How You Can Improve Your Programming Skills

Programming is a skill where you can constantly improve and learn new things

Indrek Lasn
Oct 24 · 4 min read
Photo by Nicole Wolf on Unsplash

Programming is one of those crafts where you can never know everything. It’s literally impossible to know everything across all topics related to programming since there is so much information out there. If you’re struggling to stay sane knowing this, know that it’s probably best to keep your head to for new information and be comfortable with the fact that you can’t possibly know everything, albeit you can definitely improve each day. Here are four ways you can achieve that.


Code Every Day

Coding is a skill like any other. It requires a ton of practice and effort to get good at it. Not a single person woke up one day and suddenly became good at programming. All the good engineers worked countless days and nights to perfect their programming skills. Make it a habit to code each day, no matter the project or the programming language — what matters is you actually do it each day.

Photo by Lee Campbell on Unsplash

Oh, and don’t just write code. Try to read other programmers’ code, talk about code, and try to find experts to review your code. Programming is a skilled craft, and you don’t get good at a craft just by learning the rules. You get good through practice and reflection.


Learn Multiple Programming Languages

There’s a reason why universities and schools introduce multiple programming languages for their curriculums. Coding knowledge transfers over languages. For example, being familiar with Javaclass and object-oriented programming makes you more prone to understanding concepts for the Swift programming language since the same coding concepts apply to both.

Photo by Kobu Agency on Unsplash

Programming started to really click when I learned different concepts from multiple languages. I learned about structs from Swift, functional programming from JavaScript, object-oriented programming from PHP — you get the idea. Combining all the bits and pieces across multiple languages definitely helped me solidify the bigger picture and made me better at programming. Don’t get stuck in a small corner. Try to explore the unknown, and often. It’s okay to feel like you don’t know something. After all, that’s the only way we can learn, by absorbing new information.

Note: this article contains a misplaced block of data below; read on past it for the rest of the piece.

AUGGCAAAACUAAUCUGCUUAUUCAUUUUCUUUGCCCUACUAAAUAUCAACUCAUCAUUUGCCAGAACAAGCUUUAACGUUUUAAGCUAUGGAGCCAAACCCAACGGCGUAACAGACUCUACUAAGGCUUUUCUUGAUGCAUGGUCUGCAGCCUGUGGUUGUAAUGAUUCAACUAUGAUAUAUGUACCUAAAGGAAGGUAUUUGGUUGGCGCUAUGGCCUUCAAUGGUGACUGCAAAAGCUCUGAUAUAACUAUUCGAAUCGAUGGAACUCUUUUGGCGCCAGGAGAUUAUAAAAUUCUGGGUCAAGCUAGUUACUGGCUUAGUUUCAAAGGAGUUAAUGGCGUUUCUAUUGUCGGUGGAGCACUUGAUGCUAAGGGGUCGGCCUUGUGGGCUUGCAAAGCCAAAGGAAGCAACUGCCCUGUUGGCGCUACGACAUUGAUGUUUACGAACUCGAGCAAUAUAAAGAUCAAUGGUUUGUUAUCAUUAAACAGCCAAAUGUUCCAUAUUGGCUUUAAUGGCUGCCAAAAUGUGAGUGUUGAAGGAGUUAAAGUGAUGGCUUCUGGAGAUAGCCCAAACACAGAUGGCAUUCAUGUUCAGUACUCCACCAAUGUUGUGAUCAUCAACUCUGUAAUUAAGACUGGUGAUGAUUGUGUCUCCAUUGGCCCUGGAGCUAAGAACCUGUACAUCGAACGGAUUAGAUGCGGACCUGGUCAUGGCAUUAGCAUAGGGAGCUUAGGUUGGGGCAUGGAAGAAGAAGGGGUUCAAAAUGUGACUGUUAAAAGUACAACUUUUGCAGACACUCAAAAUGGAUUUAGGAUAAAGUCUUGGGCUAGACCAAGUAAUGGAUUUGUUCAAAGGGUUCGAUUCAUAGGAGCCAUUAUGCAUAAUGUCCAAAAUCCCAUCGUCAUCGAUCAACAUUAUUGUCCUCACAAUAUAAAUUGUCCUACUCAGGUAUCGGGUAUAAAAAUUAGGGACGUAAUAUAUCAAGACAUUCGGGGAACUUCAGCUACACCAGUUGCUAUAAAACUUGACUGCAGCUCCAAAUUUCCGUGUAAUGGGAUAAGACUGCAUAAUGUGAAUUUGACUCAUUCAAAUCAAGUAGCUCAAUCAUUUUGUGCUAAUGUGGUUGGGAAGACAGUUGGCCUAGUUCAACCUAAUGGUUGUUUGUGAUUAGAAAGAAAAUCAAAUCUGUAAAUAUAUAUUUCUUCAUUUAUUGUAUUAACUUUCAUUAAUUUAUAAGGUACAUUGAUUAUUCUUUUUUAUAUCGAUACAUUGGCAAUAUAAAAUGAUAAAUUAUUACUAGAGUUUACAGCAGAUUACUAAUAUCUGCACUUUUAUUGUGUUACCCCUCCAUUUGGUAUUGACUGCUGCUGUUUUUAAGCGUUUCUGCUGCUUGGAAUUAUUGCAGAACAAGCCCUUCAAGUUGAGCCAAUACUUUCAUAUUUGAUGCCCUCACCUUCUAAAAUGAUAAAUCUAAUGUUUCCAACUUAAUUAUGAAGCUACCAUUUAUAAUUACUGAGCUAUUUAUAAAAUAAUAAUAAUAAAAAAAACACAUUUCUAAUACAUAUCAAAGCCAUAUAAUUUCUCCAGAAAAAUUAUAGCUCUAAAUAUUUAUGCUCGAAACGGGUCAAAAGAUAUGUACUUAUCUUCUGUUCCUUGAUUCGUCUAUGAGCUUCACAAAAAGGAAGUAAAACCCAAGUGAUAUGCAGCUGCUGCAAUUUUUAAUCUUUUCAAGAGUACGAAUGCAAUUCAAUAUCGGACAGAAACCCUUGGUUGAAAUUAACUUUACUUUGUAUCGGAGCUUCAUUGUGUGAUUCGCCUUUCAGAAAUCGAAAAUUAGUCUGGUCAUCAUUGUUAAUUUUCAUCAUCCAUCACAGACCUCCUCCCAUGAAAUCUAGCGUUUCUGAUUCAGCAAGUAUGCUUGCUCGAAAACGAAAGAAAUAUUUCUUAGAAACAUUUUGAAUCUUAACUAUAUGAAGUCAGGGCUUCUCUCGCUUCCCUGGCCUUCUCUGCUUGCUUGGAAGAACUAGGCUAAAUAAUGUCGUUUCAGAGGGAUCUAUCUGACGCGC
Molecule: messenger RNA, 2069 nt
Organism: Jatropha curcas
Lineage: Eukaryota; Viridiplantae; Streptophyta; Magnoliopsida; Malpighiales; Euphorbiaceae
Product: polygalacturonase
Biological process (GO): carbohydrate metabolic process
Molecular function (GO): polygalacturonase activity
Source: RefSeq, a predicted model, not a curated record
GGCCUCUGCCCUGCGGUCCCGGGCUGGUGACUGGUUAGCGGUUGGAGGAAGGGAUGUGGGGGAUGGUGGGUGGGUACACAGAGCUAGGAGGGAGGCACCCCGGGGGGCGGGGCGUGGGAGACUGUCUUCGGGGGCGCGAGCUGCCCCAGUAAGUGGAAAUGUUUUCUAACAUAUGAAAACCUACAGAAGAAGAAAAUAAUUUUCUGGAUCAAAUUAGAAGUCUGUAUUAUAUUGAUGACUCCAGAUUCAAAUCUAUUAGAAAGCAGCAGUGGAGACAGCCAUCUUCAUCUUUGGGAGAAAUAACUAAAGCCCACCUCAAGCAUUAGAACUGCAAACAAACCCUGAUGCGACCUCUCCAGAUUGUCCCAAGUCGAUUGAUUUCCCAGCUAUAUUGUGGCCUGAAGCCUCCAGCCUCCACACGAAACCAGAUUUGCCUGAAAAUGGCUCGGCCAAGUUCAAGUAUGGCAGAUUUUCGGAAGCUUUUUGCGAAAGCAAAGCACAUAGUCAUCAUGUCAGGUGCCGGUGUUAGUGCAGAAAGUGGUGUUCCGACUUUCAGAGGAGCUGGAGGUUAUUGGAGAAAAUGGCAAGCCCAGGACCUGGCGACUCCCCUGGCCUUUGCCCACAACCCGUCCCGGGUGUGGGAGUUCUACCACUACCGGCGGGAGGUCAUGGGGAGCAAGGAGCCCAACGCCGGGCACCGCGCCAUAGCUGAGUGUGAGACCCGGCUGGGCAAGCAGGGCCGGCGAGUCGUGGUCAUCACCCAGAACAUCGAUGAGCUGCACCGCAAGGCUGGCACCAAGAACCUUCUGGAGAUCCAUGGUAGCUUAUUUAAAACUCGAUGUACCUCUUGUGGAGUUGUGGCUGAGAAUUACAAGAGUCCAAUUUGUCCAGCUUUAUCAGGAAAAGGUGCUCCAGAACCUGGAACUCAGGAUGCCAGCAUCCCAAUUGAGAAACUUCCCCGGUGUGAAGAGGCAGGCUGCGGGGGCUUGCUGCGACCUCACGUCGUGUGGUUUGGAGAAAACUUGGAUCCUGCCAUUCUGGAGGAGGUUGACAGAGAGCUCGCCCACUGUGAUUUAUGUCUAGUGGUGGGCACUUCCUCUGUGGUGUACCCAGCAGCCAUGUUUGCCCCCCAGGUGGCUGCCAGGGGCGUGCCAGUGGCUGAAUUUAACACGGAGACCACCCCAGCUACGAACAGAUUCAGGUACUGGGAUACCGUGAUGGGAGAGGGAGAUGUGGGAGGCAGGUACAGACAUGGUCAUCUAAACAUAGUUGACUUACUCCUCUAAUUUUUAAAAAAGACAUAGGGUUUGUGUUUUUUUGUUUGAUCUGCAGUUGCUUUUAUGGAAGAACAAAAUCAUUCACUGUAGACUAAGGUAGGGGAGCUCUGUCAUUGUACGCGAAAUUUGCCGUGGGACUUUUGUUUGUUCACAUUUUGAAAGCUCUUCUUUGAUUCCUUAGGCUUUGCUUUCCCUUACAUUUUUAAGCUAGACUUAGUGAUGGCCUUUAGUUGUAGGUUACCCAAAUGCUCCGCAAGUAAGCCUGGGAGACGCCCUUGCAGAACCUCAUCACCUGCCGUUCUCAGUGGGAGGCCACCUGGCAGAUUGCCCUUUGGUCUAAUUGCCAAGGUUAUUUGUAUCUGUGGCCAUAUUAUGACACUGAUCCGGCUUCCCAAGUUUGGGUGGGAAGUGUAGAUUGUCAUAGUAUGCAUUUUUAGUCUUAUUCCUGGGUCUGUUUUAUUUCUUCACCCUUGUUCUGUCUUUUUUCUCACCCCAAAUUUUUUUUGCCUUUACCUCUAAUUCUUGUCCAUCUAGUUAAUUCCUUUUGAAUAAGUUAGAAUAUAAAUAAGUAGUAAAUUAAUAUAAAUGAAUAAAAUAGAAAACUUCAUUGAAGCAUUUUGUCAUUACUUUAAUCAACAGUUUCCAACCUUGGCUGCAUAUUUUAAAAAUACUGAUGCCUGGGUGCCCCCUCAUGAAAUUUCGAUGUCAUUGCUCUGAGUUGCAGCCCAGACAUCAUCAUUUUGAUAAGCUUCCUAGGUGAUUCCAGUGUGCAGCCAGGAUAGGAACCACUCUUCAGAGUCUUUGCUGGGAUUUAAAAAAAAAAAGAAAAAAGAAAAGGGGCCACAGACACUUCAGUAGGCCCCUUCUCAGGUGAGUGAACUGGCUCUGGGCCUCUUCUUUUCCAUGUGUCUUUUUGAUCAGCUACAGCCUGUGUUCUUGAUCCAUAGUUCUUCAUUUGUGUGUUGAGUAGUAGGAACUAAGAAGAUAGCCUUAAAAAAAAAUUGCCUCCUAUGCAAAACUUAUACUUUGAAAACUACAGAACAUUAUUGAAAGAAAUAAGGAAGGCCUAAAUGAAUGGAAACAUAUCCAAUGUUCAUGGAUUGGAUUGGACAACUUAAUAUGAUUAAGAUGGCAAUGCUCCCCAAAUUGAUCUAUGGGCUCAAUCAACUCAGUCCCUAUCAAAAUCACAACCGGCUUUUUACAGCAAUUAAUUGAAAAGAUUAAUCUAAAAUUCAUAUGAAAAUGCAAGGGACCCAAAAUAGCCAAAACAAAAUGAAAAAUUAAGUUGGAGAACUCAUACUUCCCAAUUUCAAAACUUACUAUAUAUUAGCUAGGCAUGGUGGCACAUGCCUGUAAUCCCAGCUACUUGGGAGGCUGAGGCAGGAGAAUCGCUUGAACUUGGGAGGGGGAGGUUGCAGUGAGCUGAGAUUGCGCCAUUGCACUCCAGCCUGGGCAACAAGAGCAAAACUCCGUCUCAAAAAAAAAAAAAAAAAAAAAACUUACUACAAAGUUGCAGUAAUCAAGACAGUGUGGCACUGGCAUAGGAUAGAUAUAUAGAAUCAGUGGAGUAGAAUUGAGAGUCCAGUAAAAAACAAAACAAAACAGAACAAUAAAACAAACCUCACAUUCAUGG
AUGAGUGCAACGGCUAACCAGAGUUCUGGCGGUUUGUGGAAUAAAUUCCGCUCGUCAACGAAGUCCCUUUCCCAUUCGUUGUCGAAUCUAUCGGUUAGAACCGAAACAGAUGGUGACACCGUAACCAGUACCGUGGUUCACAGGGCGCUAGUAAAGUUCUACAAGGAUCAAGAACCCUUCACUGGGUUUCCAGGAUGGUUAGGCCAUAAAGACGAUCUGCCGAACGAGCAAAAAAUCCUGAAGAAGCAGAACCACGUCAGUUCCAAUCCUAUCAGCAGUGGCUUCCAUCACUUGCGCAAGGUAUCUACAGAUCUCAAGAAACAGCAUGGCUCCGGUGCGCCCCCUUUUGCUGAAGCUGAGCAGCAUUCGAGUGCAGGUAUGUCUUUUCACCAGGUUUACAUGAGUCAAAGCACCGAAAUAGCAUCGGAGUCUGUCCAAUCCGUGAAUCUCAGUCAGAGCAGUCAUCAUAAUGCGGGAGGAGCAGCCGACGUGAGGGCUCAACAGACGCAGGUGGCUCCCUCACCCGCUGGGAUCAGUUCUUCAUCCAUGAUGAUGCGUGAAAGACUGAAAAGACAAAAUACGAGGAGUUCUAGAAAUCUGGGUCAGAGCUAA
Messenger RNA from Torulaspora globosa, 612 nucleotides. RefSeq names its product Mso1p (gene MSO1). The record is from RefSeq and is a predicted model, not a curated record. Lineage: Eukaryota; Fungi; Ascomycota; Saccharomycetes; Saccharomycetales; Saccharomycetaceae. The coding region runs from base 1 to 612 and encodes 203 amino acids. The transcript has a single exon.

Teach and Help Other Programmers

Have you heard about the protégé effect? It’s a fun way to learn by teaching others. The protégé effect is a phenomenon where teaching or preparing to teach information to others helps a person learn that information.

Teaching a subject means you’ve got to take on a different perspective since you’re not familiar with the depth of how much the student knows already. Therefore you have to assume the student doesn’t know much about the topic, which means you have to start teaching from the very fundamentals. The only way you can teach fundamentals is by knowing the fundamentals inside and out.

Photo by stem.T4L on Unsplash

One way of learning by teaching is plastic platypus learning or platypus learning techniques. This technique is based on evidence that shows that teaching an inanimate object improves understanding and knowledge retention of a subject. The advantage of this technique is that the learner does not need the presence of another person in order to teach the subject. Read more about the topic on Wikipedia.

Plastic platypus learning in action — https://en.wikipedia.org/wiki/Learning_by_teaching

You can start small. Pick up a GitHub issue and try to help one person every day. I like to answer one question per day on StackOverflow just to learn and help every day as much as I can.


Conclusion

Programming is fun, albeit hard to master. Ask yourself: If you really want to master programming, are you willing to put the extra effort in? You know the answer by now.

Thanks for reading, stay awesome.


Indrek Lasn

Written by

Software Engineer. I try to be kind and friendly. Let’s change the world together for the better. Follow me on Twitter @ https://twitter/lasnindrek

Better Programming

Advice for programmers.

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